. . . is meeting the headwinds of comparability. In the beginning virtual schools were an alternative to traditional public schools where students sit in a desk with a teacher at the front of the classroom. It was easy to differentiate the two, and thereby they drew attention.
Now, after more than a decade, comparisons are not happening with their brick and mortar counterparts, no, potential customers are comparing one virtual school to another. So, what was once a purple cow, as author and blogger Seth Godin would call it, is now merely another cow on the side of the road -- going unnoticed.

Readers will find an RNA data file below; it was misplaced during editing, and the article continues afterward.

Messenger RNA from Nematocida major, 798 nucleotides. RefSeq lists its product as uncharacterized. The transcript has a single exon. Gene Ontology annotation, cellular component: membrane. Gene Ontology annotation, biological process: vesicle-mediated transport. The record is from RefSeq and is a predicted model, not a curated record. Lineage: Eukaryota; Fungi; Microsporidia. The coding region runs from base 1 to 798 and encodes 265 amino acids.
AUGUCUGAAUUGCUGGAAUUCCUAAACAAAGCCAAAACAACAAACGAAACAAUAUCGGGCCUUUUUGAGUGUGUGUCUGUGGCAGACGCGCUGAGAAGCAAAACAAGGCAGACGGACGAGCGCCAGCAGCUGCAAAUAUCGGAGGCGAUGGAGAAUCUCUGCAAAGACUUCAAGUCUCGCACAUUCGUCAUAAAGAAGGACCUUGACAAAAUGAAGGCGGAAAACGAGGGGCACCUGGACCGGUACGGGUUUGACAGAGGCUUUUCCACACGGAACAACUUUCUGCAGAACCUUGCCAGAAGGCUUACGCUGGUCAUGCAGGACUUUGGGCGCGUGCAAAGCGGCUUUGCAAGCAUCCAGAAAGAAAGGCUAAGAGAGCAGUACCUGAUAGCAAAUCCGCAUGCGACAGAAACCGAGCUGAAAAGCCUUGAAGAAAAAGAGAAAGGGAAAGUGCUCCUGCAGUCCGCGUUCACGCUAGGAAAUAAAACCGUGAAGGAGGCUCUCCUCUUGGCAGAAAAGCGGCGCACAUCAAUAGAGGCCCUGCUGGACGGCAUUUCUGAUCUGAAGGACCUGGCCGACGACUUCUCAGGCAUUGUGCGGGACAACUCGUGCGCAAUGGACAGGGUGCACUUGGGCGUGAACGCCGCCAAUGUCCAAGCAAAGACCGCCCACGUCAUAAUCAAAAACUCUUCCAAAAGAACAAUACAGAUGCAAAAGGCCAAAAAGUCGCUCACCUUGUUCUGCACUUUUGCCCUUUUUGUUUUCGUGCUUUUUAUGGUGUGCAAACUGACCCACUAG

Today, there is a Wikipedia page that lists virtual schools across the nation (not exhaustive mind you because I found two omissions with a cursory glance). Are they different from one another? Is there a purple cow among them? Or, are they all starting to look alike?
The one who understands how to be a purple cow in today's virtual, educational landscape will be the one that draws attention. It will be the one that leads us into the next decade.
It does not have to cost a lot of money, but it will take courage. Being purple always does.